Top 10 musical moments of the (half) decade

6. Offset : Spectacles at D22

This is a recent discovery. It’s two of the members of My Little Airport (a relatively big HK band) who have relocated to Beijing and play this discordant, vocal-free drone rock. It is compelling and hauntingly beautiful, played by people with great command of their instruments. D22 is always a wicked little place to see shows, even when there are only 30 people in the venue. Catch these guys if you can…

On the other hand, artists needn’t be bouncing off the walls to astonish: take tonight’s main act, the Offset: Spectacles, as a case in point:

Heavily-cinematic, the trio conjure emotions through seismic waves of sound, doing so without breaking a sweat.

Sets tend to go from more driving and ominous at the beginning to more fluid and dynamic as they progress.

More instruments are gradually added to their thick stew (a vintage Ace Tone electric organ, foot tambourines, one violin) while standard pieces of equipment take on novel uses, like the spooky reverb effects bubbling from Spectator V’s tube amp as he prodded it with one dusty black boot as his guitar shrieked overhead.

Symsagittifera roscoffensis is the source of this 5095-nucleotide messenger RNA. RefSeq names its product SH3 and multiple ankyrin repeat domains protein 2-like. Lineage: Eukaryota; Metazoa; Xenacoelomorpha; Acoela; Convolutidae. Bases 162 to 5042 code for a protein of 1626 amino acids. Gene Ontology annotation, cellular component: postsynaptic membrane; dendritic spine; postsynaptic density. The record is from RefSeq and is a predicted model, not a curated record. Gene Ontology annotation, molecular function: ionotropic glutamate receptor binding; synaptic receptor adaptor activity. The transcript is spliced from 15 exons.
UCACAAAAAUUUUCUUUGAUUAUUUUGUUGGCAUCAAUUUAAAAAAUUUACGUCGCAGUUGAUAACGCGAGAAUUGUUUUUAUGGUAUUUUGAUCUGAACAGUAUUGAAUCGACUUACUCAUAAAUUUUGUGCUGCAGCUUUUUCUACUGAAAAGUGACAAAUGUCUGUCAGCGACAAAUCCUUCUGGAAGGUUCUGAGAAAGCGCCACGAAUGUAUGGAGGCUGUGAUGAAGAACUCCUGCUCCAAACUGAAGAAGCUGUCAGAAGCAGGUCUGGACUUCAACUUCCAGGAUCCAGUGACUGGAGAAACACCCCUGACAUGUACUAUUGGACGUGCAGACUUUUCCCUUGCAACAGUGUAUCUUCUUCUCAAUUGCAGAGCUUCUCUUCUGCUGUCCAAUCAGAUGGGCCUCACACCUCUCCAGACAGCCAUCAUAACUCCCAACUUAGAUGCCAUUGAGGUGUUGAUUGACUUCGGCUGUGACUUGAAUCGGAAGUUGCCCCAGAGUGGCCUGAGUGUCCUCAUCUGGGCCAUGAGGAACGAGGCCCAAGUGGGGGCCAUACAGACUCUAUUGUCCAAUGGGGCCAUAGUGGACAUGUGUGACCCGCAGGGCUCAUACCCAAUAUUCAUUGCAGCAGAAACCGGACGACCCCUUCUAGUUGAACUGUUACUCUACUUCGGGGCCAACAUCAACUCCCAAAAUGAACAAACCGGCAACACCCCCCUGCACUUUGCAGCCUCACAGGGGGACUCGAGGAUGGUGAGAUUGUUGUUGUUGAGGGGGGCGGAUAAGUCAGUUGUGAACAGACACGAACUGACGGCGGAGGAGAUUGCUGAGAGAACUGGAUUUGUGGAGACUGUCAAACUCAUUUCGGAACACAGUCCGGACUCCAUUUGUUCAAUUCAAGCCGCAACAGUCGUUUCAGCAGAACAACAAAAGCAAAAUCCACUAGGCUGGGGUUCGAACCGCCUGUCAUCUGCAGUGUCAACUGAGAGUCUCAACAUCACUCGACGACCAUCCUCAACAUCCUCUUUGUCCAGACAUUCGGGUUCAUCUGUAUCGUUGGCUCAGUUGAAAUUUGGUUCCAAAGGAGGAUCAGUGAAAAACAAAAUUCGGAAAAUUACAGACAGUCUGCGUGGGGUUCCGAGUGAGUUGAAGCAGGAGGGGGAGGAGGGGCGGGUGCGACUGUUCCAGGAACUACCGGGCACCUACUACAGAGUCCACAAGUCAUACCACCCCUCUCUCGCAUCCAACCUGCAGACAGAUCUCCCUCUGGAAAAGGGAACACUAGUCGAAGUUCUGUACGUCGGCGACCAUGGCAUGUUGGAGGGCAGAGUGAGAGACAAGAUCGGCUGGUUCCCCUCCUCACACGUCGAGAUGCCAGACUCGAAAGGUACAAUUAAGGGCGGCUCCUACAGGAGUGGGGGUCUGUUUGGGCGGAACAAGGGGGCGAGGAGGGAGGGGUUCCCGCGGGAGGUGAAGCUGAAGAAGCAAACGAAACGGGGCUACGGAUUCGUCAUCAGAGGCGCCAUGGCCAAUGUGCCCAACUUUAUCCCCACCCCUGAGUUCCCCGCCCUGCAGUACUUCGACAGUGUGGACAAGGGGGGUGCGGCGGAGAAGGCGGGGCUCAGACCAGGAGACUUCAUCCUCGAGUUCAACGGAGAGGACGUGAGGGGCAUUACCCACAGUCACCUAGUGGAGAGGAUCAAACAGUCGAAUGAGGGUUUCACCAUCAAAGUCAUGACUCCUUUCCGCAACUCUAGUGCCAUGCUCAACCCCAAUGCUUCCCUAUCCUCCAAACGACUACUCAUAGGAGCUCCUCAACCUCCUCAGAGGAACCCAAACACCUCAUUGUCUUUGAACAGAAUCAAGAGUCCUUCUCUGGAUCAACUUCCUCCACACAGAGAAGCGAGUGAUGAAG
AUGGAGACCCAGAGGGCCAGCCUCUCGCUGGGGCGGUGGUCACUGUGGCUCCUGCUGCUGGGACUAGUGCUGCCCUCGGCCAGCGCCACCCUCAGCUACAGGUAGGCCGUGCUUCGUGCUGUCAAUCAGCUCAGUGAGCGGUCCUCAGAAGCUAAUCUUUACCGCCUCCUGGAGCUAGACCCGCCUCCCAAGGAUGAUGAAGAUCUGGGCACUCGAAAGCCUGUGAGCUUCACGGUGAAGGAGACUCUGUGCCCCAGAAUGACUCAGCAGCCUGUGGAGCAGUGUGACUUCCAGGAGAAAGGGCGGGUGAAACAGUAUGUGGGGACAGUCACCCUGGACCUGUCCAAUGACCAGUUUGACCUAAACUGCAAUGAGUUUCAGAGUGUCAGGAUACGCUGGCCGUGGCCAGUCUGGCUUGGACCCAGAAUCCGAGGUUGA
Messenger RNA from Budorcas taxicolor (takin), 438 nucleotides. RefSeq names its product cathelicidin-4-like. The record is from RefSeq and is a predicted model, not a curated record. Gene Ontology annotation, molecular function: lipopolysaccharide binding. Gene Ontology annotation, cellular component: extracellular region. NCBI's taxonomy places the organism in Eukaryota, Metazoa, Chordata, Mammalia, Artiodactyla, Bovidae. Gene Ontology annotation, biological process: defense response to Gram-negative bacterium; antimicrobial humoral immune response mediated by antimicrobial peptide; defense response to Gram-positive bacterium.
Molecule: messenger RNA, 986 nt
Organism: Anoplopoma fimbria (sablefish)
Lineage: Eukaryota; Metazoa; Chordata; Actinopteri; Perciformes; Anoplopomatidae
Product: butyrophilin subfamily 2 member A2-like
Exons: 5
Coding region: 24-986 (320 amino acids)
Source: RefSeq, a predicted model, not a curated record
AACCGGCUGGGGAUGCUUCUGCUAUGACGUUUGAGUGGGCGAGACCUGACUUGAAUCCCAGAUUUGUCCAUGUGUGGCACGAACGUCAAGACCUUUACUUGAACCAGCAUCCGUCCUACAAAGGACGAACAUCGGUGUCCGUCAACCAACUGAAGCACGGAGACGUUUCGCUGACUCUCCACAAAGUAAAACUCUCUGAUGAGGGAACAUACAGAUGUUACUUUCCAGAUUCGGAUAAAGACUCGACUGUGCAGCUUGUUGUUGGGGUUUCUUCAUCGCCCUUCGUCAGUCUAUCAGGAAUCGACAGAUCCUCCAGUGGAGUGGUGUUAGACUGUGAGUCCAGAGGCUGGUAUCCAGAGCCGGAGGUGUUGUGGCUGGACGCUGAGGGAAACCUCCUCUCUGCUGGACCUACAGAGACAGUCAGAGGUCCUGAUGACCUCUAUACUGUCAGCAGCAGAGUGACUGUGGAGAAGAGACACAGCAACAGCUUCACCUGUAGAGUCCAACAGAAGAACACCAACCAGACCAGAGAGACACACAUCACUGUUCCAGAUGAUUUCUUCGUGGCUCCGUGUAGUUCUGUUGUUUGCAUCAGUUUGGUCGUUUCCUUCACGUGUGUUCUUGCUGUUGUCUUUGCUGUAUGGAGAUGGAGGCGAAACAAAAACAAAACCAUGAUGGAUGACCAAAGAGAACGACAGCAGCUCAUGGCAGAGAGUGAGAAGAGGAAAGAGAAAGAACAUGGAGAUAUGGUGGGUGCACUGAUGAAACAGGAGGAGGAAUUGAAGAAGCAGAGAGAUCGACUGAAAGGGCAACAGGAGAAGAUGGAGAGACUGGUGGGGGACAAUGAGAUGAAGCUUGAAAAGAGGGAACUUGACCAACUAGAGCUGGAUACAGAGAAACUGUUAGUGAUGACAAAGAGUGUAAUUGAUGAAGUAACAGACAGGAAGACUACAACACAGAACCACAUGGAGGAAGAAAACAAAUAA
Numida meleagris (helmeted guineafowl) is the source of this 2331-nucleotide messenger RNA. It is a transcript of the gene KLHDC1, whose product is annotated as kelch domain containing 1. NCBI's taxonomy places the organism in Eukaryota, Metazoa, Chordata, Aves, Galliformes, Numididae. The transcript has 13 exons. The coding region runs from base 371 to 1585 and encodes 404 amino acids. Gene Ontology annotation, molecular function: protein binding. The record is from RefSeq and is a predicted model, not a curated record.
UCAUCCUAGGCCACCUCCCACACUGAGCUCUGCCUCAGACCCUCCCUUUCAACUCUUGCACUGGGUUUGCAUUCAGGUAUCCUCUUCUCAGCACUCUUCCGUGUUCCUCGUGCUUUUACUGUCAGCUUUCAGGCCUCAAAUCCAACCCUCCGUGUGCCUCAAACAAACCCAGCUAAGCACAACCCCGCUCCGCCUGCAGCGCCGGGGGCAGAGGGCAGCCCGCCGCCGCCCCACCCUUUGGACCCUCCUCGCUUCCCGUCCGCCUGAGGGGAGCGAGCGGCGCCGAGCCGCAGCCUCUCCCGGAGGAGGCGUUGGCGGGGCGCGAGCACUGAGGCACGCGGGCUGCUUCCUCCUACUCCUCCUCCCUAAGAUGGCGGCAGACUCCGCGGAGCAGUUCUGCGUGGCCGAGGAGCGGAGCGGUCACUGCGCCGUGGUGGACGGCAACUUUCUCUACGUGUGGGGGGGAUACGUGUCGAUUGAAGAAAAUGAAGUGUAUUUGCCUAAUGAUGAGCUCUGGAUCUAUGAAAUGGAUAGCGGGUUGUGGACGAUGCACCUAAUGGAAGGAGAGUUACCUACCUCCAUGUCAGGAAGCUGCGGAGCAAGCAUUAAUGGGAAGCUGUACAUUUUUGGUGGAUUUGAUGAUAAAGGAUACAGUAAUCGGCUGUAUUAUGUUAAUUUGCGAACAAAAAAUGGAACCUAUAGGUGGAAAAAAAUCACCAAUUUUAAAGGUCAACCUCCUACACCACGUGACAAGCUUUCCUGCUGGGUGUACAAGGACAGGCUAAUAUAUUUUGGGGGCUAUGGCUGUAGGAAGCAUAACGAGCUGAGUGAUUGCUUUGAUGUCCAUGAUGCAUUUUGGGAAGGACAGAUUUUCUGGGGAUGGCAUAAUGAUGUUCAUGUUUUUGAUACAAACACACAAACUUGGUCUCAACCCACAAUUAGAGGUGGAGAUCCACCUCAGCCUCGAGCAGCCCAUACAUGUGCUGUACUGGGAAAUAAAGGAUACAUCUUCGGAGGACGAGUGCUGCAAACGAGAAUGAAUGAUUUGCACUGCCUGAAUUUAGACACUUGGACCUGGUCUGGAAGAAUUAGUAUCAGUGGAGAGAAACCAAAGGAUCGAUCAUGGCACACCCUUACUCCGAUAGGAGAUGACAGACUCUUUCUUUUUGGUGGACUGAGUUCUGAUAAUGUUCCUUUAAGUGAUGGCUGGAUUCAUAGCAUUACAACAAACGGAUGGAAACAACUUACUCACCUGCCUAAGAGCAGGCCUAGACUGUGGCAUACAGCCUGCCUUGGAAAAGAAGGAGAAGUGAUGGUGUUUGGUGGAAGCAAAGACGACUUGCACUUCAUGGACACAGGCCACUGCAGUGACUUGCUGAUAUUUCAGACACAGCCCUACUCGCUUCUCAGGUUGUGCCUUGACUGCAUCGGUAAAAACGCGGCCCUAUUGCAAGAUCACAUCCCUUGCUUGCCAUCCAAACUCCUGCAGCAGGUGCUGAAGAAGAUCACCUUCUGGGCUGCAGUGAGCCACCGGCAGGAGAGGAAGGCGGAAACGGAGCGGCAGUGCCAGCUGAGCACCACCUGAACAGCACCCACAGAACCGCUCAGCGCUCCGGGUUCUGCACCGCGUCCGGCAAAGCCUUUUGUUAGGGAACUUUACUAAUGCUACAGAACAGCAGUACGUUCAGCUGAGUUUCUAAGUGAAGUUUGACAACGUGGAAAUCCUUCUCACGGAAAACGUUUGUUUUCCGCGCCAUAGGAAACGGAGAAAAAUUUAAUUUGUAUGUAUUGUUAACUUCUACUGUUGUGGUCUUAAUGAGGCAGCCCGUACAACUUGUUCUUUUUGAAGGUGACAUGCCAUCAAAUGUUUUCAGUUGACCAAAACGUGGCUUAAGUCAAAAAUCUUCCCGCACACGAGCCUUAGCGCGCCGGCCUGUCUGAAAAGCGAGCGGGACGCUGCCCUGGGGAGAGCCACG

Fierce, ominous, murky and droning, the three Hong Kong transplants don’t create mere songs: they are deep seas of highly-textured sound — surreal soundscapes that could very well come from some subterranean force shining unseen.

The trio, rounded out by Spectators K (guitar, vocals) and O (bass), unearth these melodies and grooves, dusts them off, assembles them and proceeds to lock the audience into obedience.

The centerpiece of tonight’s fifty-minute performance was listening as Spectator V’s melancholy and haunting violin struggled to penetrate the squalls of dissonance gurgling like an upset stomach, growing increasingly-laborious and frenzied for six minutes, until the strings almost snapped.

They are one of the most exciting bands performing anywhere.